The point is that the LCF was perhaps not such a fully fat dud when it first came out. After all, it controlled the amount of Renewable Obligation Certificates (ROCs) and feed in tariff (FiTs) payments that could be made. Since both were in fixed sum form you could fairly accurately find out what you might get for what, and importantly, how much you would have in any one year for new entrants based on what you had already committed as fixed amounts. ROCs trading allowed renewables operators additional money from their activities to invest outside the process.

But now, with the more ‘market efficient’ CfD you never quite know what the ‘cost’ of a CfD in any one year will be, since it depends on the relationship over that year between the agreed strike price and the varying ‘reference price’ it seeks to make up the difference between. If you deliberately depress the likely reference price having set a strike price in the first place by, for example, taking some of the increase in carbon floor price out of the equation, then inevitably existing providers will get more money from the ‘pot’ each year. There will then be less from the same pot each year for new entrants.

And worse, as you keep doing that year by year based on a pre-agreed static strike price against a varying reference price, then the margin for new entrants gets smaller and smaller each year.  So that the ability to plan anything new that needs a CfD at a certain time (and contracts specify ‘windows’ within which your CfDs must start, otherwise you lose them, except if you are a nuclear power station) eventually and inevitably, melts away entirely. And to be fair to DECC, who didn’t design the system in the first place, there is nothing you can do about it, once a fixed out turn figure has been set against an inherently variable cost base in the years running up to that agreed figure.

So in terms of planning for renewables to come on stream on the basis of a known underwriting, or as the FT puts it, the sum ‘set aside to subsidise UK renewable investment ‘ the LCF is a complete turkey and has been ever since CfD were invented. If, on the other hand, you don’t care whether much in the way of renewables gets built or that what is built is good value, and you just want to stop whatever it is at the point at which the money stops in 2020, then it looks a bit better.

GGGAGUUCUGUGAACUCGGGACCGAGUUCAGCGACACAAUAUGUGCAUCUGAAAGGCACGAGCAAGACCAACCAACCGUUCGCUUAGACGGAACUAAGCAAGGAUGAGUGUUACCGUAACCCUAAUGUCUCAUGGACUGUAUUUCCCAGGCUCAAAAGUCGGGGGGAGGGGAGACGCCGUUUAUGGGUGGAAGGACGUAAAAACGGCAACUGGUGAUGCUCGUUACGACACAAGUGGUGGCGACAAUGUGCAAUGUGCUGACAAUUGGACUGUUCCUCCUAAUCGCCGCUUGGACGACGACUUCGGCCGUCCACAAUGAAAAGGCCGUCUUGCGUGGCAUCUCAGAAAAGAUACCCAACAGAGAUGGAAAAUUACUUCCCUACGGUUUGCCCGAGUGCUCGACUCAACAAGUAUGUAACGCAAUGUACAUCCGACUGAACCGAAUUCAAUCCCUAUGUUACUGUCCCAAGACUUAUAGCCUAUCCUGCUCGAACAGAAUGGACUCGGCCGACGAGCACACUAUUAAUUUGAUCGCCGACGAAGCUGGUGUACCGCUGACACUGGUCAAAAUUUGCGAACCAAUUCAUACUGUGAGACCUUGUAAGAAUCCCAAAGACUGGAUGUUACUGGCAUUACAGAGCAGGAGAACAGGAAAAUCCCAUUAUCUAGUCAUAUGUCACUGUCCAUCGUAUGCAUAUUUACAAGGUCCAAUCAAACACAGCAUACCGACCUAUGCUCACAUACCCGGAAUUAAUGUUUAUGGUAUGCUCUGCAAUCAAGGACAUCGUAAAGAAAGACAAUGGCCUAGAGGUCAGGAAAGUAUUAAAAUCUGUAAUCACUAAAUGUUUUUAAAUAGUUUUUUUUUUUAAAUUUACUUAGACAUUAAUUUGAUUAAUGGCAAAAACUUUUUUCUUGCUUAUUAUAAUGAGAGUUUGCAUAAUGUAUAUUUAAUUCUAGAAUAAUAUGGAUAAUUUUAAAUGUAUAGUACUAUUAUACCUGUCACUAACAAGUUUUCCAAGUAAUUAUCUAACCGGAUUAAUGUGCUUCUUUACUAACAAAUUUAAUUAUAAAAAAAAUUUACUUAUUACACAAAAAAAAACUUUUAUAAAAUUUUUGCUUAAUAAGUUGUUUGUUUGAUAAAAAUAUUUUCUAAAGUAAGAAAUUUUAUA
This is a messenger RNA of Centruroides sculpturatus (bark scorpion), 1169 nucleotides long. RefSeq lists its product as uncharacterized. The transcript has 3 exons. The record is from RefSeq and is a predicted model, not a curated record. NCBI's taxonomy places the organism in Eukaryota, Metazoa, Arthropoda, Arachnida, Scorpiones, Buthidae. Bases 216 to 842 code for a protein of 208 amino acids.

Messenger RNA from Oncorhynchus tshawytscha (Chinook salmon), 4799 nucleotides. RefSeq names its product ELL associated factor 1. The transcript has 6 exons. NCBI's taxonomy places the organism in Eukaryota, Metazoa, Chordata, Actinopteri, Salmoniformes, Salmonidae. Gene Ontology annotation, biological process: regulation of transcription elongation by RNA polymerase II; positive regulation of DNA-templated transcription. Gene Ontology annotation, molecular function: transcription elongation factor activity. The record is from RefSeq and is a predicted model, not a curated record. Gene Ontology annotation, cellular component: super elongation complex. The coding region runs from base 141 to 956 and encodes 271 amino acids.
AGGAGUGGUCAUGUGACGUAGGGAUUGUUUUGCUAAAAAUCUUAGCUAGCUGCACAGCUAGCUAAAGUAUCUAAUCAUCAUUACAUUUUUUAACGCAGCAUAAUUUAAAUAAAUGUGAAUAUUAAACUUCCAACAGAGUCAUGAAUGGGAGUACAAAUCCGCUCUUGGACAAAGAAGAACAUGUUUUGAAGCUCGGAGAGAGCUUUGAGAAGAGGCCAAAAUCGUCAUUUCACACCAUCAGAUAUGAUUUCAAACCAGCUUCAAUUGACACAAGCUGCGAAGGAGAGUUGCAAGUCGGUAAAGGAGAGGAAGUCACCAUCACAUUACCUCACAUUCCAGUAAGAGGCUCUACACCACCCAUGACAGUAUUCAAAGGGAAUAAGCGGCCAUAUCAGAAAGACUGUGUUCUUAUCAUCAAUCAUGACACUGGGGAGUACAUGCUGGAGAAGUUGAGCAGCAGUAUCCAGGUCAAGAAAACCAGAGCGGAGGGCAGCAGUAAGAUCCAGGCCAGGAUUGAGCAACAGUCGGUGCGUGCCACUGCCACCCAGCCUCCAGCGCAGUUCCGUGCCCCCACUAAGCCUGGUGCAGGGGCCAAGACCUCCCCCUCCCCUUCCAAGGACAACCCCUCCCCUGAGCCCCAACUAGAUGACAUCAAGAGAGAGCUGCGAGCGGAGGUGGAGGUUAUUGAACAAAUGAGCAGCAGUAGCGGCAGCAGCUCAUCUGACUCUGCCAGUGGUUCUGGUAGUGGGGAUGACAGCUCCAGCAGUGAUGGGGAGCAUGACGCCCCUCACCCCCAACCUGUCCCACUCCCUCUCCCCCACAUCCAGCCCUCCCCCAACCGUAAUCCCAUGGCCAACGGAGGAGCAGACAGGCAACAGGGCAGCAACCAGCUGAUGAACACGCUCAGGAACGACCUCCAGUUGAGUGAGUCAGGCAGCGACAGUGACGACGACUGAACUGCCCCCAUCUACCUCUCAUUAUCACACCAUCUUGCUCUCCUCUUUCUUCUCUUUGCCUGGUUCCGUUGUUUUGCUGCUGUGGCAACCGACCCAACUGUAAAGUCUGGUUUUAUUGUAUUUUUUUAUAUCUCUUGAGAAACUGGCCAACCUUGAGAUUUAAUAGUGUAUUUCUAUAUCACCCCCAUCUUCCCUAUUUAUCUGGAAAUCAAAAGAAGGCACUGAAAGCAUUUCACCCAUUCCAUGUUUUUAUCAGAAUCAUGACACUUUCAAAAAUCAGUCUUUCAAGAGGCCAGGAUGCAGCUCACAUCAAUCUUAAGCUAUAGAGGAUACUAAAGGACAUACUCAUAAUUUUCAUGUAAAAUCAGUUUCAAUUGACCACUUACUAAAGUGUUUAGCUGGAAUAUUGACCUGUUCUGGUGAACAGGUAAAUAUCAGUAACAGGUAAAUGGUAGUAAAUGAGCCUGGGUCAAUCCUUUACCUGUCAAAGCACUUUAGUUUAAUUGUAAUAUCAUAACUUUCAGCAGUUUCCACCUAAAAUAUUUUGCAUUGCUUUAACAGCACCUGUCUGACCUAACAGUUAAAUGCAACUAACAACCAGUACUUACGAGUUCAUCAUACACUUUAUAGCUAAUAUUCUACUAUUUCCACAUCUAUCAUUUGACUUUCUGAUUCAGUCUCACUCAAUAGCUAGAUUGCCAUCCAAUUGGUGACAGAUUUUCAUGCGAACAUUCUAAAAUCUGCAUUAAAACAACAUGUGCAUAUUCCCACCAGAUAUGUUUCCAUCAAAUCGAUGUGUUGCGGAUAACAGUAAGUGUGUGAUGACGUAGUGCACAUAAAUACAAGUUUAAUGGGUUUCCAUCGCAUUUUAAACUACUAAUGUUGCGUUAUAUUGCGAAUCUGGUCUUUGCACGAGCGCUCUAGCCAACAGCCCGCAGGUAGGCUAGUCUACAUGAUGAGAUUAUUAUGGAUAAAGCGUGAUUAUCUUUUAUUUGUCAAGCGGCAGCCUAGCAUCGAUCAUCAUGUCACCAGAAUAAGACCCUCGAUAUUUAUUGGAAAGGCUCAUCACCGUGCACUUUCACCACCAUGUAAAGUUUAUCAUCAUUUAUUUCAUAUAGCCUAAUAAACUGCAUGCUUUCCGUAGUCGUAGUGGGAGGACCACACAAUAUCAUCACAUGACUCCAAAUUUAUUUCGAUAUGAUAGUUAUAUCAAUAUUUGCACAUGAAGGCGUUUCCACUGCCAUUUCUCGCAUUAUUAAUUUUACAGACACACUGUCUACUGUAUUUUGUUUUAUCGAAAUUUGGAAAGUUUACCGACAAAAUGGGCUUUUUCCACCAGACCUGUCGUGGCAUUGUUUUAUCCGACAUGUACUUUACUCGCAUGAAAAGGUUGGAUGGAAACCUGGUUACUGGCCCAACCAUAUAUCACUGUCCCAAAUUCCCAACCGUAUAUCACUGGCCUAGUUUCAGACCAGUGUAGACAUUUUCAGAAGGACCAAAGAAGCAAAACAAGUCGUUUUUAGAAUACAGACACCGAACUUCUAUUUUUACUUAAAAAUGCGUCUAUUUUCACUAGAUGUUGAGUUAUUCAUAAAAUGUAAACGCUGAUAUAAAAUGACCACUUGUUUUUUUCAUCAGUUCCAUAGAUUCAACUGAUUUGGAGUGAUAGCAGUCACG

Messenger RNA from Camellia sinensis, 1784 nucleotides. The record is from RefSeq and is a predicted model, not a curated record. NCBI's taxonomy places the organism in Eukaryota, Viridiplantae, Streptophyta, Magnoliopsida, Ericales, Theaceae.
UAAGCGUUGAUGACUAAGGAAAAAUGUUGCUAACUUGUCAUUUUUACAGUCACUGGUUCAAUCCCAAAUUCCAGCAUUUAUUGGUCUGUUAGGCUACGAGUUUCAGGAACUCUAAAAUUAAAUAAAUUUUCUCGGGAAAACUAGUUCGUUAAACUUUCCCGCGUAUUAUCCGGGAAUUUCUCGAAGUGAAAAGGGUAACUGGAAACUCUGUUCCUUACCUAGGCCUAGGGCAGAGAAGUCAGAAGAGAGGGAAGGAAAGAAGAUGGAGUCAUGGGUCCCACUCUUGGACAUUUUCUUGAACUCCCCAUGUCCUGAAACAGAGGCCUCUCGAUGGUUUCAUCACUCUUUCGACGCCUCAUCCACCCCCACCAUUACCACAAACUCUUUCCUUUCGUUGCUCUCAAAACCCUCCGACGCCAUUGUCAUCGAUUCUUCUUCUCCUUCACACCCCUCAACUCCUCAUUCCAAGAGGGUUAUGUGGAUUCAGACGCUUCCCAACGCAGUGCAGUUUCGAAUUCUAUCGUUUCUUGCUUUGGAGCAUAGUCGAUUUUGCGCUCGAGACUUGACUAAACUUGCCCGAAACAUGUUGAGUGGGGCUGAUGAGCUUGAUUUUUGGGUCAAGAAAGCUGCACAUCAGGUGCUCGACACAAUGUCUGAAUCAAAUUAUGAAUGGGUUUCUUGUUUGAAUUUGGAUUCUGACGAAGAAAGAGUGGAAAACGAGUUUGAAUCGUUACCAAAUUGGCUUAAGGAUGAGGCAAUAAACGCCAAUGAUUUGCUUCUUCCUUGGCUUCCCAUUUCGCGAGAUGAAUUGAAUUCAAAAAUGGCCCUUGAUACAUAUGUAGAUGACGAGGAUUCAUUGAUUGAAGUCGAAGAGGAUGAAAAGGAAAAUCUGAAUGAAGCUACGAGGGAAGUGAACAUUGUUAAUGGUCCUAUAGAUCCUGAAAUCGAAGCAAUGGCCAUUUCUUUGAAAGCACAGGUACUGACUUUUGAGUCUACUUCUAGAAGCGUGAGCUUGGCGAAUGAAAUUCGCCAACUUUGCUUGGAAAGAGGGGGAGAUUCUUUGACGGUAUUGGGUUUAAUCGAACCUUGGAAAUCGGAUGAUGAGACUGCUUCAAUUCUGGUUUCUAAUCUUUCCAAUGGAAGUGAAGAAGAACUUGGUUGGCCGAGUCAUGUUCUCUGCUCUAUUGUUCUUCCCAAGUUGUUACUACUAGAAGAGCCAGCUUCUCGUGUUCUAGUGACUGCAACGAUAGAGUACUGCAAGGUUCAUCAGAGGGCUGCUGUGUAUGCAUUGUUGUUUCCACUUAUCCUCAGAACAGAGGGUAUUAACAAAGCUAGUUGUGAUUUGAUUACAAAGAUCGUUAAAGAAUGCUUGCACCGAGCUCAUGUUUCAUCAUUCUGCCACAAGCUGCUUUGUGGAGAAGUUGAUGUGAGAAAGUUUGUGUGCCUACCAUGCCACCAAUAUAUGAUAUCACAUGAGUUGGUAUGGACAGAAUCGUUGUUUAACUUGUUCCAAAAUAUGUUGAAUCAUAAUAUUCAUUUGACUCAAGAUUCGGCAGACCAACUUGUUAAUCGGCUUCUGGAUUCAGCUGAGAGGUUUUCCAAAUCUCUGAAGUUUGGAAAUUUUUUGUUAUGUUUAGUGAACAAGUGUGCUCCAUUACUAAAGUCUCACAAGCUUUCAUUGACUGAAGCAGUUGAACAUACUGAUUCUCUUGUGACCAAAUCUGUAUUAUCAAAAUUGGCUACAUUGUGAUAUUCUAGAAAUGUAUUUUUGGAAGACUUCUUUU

Except, of course, that come the early 2020’s when new nuclear finally gets off the ground and decides to cash in the monumentally bloated CfD allocation achieved under the ‘investment instrument’ mechanism, the whole edifice will almost certainly come crashing down under the weight of its own contradictions. Which is why, I guess, no-one has attempted to sketch in what might be thought of as some necessary reassurance of what a levy control envelope might look like after 2020.

There, that didn’t need a research report to get straight now did it?

 

Why field solar might need Michael Gove

I know, it’s rooftop solar, but it is Michael Gove...

I know, it’s rooftop solar, but it is Michael Gove…

The solar trade world is rightly up in arms about the latest lurch in solar PV funding policy from DECC. This time it is set to tip field solar deployment off a cliff. Policy lurches are always a bad idea in the development of new forms of energy production, where the need to have a calm and measured forward regime for development, investment and deployment is central to the prospects of a technology gaining sustainable momentum. And solar in the UK has suffered more than most from a lack of such certainty but it has (just about) been possible to excuse changes in feed in tariff, or limits to eligibility as constituting a response to the escalating competitiveness of newer solar installations. However, this latest change in policy, on any reckoning, just looks plain daft.

Firstly, it rips up an assumed eligibility and timeline for medium sized PV to access Renewable Obligation support, and makes what must be a virtue of medium scale PV – namely that it can be deployed over a far faster time scale than many of its comparators – an assumed drawback of. All those people who started to bed down lines of investment, and development BECAUSE it now is investable and relatively quick in maturing must now, presumably turn their attention to less clear investment planning.